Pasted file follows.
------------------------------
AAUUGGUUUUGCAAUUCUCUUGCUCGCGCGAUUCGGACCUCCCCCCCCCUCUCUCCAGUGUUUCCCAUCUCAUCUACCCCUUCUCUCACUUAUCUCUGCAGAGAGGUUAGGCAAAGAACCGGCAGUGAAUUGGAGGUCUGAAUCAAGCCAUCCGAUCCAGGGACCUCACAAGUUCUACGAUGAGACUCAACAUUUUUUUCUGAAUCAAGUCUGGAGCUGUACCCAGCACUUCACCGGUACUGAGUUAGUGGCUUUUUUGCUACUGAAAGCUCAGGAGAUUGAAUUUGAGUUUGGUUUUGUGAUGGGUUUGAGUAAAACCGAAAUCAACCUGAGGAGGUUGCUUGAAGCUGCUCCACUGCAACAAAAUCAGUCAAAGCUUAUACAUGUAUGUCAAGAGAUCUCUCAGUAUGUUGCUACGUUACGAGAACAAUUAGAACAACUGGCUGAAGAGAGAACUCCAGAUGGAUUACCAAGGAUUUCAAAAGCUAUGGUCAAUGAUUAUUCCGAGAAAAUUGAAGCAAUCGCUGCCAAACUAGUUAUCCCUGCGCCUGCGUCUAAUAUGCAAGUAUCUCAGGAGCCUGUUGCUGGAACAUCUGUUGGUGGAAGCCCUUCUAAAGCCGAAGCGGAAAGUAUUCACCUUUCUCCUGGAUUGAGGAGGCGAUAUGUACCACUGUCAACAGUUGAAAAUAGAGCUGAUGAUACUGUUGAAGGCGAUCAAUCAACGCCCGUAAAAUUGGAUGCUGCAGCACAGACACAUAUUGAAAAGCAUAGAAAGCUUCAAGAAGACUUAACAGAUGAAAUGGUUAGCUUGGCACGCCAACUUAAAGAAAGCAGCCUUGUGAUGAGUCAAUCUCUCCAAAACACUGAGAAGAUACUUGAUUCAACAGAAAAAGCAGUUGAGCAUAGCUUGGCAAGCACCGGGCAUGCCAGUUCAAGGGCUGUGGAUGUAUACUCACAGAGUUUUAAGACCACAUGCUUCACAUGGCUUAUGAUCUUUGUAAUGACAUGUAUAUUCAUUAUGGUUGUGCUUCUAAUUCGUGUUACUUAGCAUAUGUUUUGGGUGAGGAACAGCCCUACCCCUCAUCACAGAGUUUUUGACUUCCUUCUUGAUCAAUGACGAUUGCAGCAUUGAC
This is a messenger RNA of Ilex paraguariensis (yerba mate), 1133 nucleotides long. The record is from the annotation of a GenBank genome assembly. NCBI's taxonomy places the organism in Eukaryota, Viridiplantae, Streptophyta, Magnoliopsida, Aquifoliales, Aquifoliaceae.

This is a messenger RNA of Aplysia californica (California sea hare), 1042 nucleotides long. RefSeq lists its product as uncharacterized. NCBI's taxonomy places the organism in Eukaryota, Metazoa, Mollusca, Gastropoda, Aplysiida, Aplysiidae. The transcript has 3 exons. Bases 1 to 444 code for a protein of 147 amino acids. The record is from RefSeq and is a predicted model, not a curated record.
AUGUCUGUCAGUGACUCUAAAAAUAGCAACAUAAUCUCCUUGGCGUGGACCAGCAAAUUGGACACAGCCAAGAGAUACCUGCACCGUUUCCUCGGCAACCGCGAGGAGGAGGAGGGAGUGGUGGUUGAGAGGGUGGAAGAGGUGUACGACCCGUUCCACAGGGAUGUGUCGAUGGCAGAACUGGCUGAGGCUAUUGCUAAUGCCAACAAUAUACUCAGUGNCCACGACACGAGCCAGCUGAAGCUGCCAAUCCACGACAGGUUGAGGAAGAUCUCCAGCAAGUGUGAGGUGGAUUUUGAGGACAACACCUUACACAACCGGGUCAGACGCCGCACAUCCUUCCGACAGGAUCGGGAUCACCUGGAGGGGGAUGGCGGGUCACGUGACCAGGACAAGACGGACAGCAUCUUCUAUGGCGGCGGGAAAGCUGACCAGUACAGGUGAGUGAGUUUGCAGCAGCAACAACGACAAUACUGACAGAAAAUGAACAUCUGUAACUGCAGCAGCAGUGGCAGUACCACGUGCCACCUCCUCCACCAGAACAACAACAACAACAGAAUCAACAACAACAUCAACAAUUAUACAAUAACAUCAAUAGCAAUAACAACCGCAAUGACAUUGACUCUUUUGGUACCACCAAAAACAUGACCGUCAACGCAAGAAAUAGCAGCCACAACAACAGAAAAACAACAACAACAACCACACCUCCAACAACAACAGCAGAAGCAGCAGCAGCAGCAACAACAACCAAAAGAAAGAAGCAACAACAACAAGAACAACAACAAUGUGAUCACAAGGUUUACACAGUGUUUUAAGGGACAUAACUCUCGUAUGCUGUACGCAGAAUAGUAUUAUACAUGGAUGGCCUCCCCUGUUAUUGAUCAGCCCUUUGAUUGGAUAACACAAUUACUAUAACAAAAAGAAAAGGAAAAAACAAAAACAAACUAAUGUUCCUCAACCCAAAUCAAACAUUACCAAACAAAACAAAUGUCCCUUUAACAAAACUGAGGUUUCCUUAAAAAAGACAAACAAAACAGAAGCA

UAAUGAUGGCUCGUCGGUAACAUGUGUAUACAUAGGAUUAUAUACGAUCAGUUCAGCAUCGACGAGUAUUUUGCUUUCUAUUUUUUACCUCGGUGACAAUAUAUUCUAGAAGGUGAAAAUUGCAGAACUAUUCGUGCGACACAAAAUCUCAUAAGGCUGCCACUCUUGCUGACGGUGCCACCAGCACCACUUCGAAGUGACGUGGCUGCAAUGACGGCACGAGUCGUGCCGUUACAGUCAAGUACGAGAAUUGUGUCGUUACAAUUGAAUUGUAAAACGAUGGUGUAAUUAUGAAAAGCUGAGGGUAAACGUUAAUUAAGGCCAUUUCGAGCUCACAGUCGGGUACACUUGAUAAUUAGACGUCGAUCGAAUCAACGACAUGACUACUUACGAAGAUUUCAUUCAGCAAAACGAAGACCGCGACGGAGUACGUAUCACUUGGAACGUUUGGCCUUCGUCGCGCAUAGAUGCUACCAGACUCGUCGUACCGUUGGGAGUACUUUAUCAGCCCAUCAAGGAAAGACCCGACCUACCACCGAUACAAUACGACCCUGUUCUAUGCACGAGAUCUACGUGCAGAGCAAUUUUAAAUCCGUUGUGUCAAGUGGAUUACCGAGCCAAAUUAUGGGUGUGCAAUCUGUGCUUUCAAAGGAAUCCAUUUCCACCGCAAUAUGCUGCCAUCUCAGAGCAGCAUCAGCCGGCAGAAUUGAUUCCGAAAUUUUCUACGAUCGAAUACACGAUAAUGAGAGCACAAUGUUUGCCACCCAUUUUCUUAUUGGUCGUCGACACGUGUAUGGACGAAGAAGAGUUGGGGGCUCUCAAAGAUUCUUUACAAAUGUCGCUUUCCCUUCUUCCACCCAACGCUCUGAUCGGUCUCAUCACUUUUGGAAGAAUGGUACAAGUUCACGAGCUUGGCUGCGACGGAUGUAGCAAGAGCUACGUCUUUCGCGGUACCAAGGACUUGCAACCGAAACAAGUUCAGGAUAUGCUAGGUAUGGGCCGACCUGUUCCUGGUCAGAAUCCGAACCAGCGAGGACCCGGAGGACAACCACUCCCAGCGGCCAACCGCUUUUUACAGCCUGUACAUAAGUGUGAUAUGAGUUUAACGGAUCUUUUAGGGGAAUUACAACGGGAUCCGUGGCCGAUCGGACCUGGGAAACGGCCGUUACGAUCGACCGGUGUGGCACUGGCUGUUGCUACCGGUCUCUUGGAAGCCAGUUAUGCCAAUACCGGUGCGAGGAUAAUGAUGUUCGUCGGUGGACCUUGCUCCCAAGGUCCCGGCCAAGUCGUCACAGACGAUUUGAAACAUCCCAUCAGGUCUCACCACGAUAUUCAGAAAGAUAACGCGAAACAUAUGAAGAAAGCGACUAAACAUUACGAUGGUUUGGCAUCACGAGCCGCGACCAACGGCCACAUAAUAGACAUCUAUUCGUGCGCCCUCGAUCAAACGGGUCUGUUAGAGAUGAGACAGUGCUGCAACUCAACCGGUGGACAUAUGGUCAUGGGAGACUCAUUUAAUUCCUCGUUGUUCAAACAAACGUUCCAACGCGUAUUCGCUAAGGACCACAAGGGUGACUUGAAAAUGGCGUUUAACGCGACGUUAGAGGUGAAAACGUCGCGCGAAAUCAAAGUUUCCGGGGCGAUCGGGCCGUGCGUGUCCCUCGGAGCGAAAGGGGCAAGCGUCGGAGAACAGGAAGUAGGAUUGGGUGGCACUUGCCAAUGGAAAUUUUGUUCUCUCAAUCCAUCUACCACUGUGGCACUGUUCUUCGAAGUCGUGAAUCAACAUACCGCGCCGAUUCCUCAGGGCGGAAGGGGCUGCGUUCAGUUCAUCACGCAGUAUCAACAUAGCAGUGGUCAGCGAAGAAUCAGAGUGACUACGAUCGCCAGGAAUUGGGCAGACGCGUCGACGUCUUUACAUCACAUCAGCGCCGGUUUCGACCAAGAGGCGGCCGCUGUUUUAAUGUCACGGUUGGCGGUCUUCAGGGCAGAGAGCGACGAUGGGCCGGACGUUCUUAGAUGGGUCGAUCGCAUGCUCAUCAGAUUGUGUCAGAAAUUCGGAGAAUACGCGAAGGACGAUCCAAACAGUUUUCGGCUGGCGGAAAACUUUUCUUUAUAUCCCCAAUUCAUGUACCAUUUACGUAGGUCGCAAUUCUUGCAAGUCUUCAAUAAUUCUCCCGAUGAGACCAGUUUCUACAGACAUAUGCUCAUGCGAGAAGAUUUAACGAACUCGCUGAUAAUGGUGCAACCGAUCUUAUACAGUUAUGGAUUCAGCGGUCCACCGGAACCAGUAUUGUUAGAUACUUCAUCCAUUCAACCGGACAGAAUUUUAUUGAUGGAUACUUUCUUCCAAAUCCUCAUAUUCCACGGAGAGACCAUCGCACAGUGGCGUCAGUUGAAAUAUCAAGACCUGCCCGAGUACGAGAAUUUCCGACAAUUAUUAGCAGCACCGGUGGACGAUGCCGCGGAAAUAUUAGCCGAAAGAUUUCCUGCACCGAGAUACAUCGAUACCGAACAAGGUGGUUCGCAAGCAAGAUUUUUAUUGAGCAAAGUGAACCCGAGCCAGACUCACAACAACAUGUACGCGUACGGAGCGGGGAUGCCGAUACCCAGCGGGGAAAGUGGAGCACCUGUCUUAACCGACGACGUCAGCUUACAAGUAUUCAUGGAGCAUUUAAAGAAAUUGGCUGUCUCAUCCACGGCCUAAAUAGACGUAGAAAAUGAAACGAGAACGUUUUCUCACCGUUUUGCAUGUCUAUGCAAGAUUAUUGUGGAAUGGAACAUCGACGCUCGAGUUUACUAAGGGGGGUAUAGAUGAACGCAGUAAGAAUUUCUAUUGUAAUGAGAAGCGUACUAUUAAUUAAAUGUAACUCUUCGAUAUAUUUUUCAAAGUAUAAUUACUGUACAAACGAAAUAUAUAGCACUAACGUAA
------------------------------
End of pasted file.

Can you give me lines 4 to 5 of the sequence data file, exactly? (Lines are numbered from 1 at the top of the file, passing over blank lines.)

AUGUCUGUCAGUGACUCUAAAAAUAGCAACAUAAUCUCCUUGGCGUGGACCAGCAAAUUGGACACAGCCAAGAGAUACCUGCACCGUUUCCUCGGCAACCGCGAGGAGGAGGAGGGAGUGGUGGUUGAGAGGGUGGAAGAGGUGUACGACCCGUUCCACAGGGAUGUGUCGAUGGCAGAACUGGCUGAGGCUAUUGCUAAUGCCAACAAUAUACUCAGUGNCCACGACACGAGCCAGCUGAAGCUGCCAAUCCACGACAGGUUGAGGAAGAUCUCCAGCAAGUGUGAGGUGGAUUUUGAGGACAACACCUUACACAACCGGGUCAGACGCCGCACAUCCUUCCGACAGGAUCGGGAUCACCUGGAGGGGGAUGGCGGGUCACGUGACCAGGACAAGACGGACAGCAUCUUCUAUGGCGGCGGGAAAGCUGACCAGUACAGGUGAGUGAGUUUGCAGCAGCAACAACGACAAUACUGACAGAAAAUGAACAUCUGUAACUGCAGCAGCAGUGGCAGUACCACGUGCCACCUCCUCCACCAGAACAACAACAACAACAGAAUCAACAACAACAUCAACAAUUAUACAAUAACAUCAAUAGCAAUAACAACCGCAAUGACAUUGACUCUUUUGGUACCACCAAAAACAUGACCGUCAACGCAAGAAAUAGCAGCCACAACAACAGAAAAACAACAACAACAACCACACCUCCAACAACAACAGCAGAAGCAGCAGCAGCAGCAACAACAACCAAAAGAAAGAAGCAACAACAACAAGAACAACAACAAUGUGAUCACAAGGUUUACACAGUGUUUUAAGGGACAUAACUCUCGUAUGCUGUACGCAGAAUAGUAUUAUACAUGGAUGGCCUCCCCUGUUAUUGAUCAGCCCUUUGAUUGGAUAACACAAUUACUAUAACAAAAAGAAAAGGAAAAAACAAAAACAAACUAAUGUUCCUCAACCCAAAUCAAACAUUACCAAACAAAACAAAUGUCCCUUUAACAAAACUGAGGUUUCCUUAAAAAAGACAAACAAAACAGAAGCA

UAAUGAUGGCUCGUCGGUAACAUGUGUAUACAUAGGAUUAUAUACGAUCAGUUCAGCAUCGACGAGUAUUUUGCUUUCUAUUUUUUACCUCGGUGACAAUAUAUUCUAGAAGGUGAAAAUUGCAGAACUAUUCGUGCGACACAAAAUCUCAUAAGGCUGCCACUCUUGCUGACGGUGCCACCAGCACCACUUCGAAGUGACGUGGCUGCAAUGACGGCACGAGUCGUGCCGUUACAGUCAAGUACGAGAAUUGUGUCGUUACAAUUGAAUUGUAAAACGAUGGUGUAAUUAUGAAAAGCUGAGGGUAAACGUUAAUUAAGGCCAUUUCGAGCUCACAGUCGGGUACACUUGAUAAUUAGACGUCGAUCGAAUCAACGACAUGACUACUUACGAAGAUUUCAUUCAGCAAAACGAAGACCGCGACGGAGUACGUAUCACUUGGAACGUUUGGCCUUCGUCGCGCAUAGAUGCUACCAGACUCGUCGUACCGUUGGGAGUACUUUAUCAGCCCAUCAAGGAAAGACCCGACCUACCACCGAUACAAUACGACCCUGUUCUAUGCACGAGAUCUACGUGCAGAGCAAUUUUAAAUCCGUUGUGUCAAGUGGAUUACCGAGCCAAAUUAUGGGUGUGCAAUCUGUGCUUUCAAAGGAAUCCAUUUCCACCGCAAUAUGCUGCCAUCUCAGAGCAGCAUCAGCCGGCAGAAUUGAUUCCGAAAUUUUCUACGAUCGAAUACACGAUAAUGAGAGCACAAUGUUUGCCACCCAUUUUCUUAUUGGUCGUCGACACGUGUAUGGACGAAGAAGAGUUGGGGGCUCUCAAAGAUUCUUUACAAAUGUCGCUUUCCCUUCUUCCACCCAACGCUCUGAUCGGUCUCAUCACUUUUGGAAGAAUGGUACAAGUUCACGAGCUUGGCUGCGACGGAUGUAGCAAGAGCUACGUCUUUCGCGGUACCAAGGACUUGCAACCGAAACAAGUUCAGGAUAUGCUAGGUAUGGGCCGACCUGUUCCUGGUCAGAAUCCGAACCAGCGAGGACCCGGAGGACAACCACUCCCAGCGGCCAACCGCUUUUUACAGCCUGUACAUAAGUGUGAUAUGAGUUUAACGGAUCUUUUAGGGGAAUUACAACGGGAUCCGUGGCCGAUCGGACCUGGGAAACGGCCGUUACGAUCGACCGGUGUGGCACUGGCUGUUGCUACCGGUCUCUUGGAAGCCAGUUAUGCCAAUACCGGUGCGAGGAUAAUGAUGUUCGUCGGUGGACCUUGCUCCCAAGGUCCCGGCCAAGUCGUCACAGACGAUUUGAAACAUCCCAUCAGGUCUCACCACGAUAUUCAGAAAGAUAACGCGAAACAUAUGAAGAAAGCGACUAAACAUUACGAUGGUUUGGCAUCACGAGCCGCGACCAACGGCCACAUAAUAGACAUCUAUUCGUGCGCCCUCGAUCAAACGGGUCUGUUAGAGAUGAGACAGUGCUGCAACUCAACCGGUGGACAUAUGGUCAUGGGAGACUCAUUUAAUUCCUCGUUGUUCAAACAAACGUUCCAACGCGUAUUCGCUAAGGACCACAAGGGUGACUUGAAAAUGGCGUUUAACGCGACGUUAGAGGUGAAAACGUCGCGCGAAAUCAAAGUUUCCGGGGCGAUCGGGCCGUGCGUGUCCCUCGGAGCGAAAGGGGCAAGCGUCGGAGAACAGGAAGUAGGAUUGGGUGGCACUUGCCAAUGGAAAUUUUGUUCUCUCAAUCCAUCUACCACUGUGGCACUGUUCUUCGAAGUCGUGAAUCAACAUACCGCGCCGAUUCCUCAGGGCGGAAGGGGCUGCGUUCAGUUCAUCACGCAGUAUCAACAUAGCAGUGGUCAGCGAAGAAUCAGAGUGACUACGAUCGCCAGGAAUUGGGCAGACGCGUCGACGUCUUUACAUCACAUCAGCGCCGGUUUCGACCAAGAGGCGGCCGCUGUUUUAAUGUCACGGUUGGCGGUCUUCAGGGCAGAGAGCGACGAUGGGCCGGACGUUCUUAGAUGGGUCGAUCGCAUGCUCAUCAGAUUGUGUCAGAAAUUCGGAGAAUACGCGAAGGACGAUCCAAACAGUUUUCGGCUGGCGGAAAACUUUUCUUUAUAUCCCCAAUUCAUGUACCAUUUACGUAGGUCGCAAUUCUUGCAAGUCUUCAAUAAUUCUCCCGAUGAGACCAGUUUCUACAGACAUAUGCUCAUGCGAGAAGAUUUAACGAACUCGCUGAUAAUGGUGCAACCGAUCUUAUACAGUUAUGGAUUCAGCGGUCCACCGGAACCAGUAUUGUUAGAUACUUCAUCCAUUCAACCGGACAGAAUUUUAUUGAUGGAUACUUUCUUCCAAAUCCUCAUAUUCCACGGAGAGACCAUCGCACAGUGGCGUCAGUUGAAAUAUCAAGACCUGCCCGAGUACGAGAAUUUCCGACAAUUAUUAGCAGCACCGGUGGACGAUGCCGCGGAAAUAUUAGCCGAAAGAUUUCCUGCACCGAGAUACAUCGAUACCGAACAAGGUGGUUCGCAAGCAAGAUUUUUAUUGAGCAAAGUGAACCCGAGCCAGACUCACAACAACAUGUACGCGUACGGAGCGGGGAUGCCGAUACCCAGCGGGGAAAGUGGAGCACCUGUCUUAACCGACGACGUCAGCUUACAAGUAUUCAUGGAGCAUUUAAAGAAAUUGGCUGUCUCAUCCACGGCCUAAAUAGACGUAGAAAAUGAAACGAGAACGUUUUCUCACCGUUUUGCAUGUCUAUGCAAGAUUAUUGUGGAAUGGAACAUCGACGCUCGAGUUUACUAAGGGGGGUAUAGAUGAACGCAGUAAGAAUUUCUAUUGUAAUGAGAAGCGUACUAUUAAUUAAAUGUAACUCUUCGAUAUAUUUUUCAAAGUAUAAUUACUGUACAAACGAAAUAUAUAGCACUAACGUAA